It's a good toy, made of metal with lots of moving parts. The price tag was $ 100, so he had to save $ 113 to cover the tax.
A few weeks ago, he seemed to lose interest in the savings. I discovered why over the holidays: his grandparents had spotted the truck on sale and bought it for him. We found it on a shelf at their house.
This was quite a frustrating discovery, more so than it may seem on the surface. Alex doesn't get interested in too many toys. He's just not a particularly acquisitive child. He'd worked very hard on his savings, giving up trips to the Dollar Store, which he enjoys. We were looking forward to counting up his money after the holidays and taking him to finally pick up his truck.
Dave and I ended up being up until about 2 am that night, trying to figure out if there was any way to salvage this. We'd used this as an opportunity for delayed gratification, planning and being self-sufficient and independent. After getting his Christmas money, Alex has $ 130. Going into a toy store and being able to just pick something out isn't the same as saving for it. We can't take the money retroactively, especially since there has been such a gap between the truck being bought and discovering it. Alex isn't likely to find something else which interests him as much as the truck (especially since he's gotten tons of presents).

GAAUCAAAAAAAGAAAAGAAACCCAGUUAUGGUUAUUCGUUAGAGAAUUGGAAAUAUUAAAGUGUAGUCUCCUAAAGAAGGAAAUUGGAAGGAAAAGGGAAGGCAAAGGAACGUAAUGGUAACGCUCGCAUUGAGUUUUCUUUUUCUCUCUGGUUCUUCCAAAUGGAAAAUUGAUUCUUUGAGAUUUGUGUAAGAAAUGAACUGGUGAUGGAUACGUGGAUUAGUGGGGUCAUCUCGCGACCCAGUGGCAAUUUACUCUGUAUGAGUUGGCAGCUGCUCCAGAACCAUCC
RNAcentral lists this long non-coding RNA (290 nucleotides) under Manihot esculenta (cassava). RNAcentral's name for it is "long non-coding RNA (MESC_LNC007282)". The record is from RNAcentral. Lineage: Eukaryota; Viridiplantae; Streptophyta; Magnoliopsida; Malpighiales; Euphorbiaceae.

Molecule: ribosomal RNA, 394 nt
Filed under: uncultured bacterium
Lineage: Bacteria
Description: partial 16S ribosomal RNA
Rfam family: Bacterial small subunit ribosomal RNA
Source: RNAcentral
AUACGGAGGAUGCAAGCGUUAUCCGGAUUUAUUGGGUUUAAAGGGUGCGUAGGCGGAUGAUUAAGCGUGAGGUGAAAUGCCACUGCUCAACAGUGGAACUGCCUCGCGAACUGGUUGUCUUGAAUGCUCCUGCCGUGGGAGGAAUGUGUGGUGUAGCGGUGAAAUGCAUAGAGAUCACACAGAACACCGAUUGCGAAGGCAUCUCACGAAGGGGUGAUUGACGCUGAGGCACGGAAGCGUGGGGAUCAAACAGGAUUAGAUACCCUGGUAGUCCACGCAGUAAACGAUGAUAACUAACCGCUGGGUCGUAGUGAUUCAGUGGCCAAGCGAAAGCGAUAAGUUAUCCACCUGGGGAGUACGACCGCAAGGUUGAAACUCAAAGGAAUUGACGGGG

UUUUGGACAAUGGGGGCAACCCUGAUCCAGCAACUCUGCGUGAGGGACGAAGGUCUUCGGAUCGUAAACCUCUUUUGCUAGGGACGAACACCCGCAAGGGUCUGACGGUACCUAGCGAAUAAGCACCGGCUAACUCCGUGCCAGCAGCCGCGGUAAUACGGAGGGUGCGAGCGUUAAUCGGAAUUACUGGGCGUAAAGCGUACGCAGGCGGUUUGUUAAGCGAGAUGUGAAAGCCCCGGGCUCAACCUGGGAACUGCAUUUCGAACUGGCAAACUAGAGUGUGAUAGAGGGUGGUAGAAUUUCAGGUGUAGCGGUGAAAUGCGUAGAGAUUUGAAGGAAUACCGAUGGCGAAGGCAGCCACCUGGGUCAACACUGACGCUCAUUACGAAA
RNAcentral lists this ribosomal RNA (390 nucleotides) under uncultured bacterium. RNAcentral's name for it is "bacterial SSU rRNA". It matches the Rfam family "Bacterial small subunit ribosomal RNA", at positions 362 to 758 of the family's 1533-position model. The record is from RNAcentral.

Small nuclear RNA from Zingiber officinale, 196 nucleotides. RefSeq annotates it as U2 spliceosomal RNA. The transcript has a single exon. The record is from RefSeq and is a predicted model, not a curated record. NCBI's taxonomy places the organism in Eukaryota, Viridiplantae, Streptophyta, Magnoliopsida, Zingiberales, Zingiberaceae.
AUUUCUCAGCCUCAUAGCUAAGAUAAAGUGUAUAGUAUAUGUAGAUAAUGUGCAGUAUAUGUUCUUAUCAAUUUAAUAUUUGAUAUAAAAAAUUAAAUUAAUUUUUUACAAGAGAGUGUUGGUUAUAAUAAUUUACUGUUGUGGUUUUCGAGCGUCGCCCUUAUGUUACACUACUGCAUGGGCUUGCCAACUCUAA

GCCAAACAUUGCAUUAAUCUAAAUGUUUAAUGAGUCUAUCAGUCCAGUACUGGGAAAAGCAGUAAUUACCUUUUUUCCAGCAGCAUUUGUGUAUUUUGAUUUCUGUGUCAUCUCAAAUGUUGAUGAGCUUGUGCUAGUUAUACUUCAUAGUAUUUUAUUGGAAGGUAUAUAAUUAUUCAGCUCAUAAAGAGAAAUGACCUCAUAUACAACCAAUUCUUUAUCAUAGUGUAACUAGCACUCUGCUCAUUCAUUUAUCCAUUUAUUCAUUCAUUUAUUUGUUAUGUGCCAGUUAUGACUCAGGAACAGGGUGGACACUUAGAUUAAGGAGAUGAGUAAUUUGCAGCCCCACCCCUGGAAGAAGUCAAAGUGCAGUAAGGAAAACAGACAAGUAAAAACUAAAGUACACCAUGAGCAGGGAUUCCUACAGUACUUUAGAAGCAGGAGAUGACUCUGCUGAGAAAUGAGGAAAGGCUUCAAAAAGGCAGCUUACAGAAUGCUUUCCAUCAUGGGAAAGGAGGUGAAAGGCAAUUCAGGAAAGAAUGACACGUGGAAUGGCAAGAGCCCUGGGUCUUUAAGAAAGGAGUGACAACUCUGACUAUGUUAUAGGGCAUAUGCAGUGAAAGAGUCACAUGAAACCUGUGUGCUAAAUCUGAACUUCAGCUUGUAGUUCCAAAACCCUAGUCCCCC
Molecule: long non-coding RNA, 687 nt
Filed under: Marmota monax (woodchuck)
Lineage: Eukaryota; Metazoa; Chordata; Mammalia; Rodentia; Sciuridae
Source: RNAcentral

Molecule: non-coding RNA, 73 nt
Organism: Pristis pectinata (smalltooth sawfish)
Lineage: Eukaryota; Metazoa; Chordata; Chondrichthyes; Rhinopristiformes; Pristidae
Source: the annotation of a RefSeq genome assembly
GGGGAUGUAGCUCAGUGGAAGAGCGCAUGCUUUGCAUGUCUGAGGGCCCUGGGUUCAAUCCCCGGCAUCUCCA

Aside from the disappointment of losing this teaching opportunity, there's also the frustration with the lack of communication. We had told his grandparents about the truck and that he was saving for it. We'd even told them we didn't want anyone to buy him the truck for Christmas. If they had contacted us when they saw the truck on sale, then there were a number of options we could have taken, including getting his money and taking him to the store right away.
They are sorry for having made the mistake and I know it wasn't deliberate, but it doesn't change the fact that this opportunity is gone and not likely to come again for quite awhile.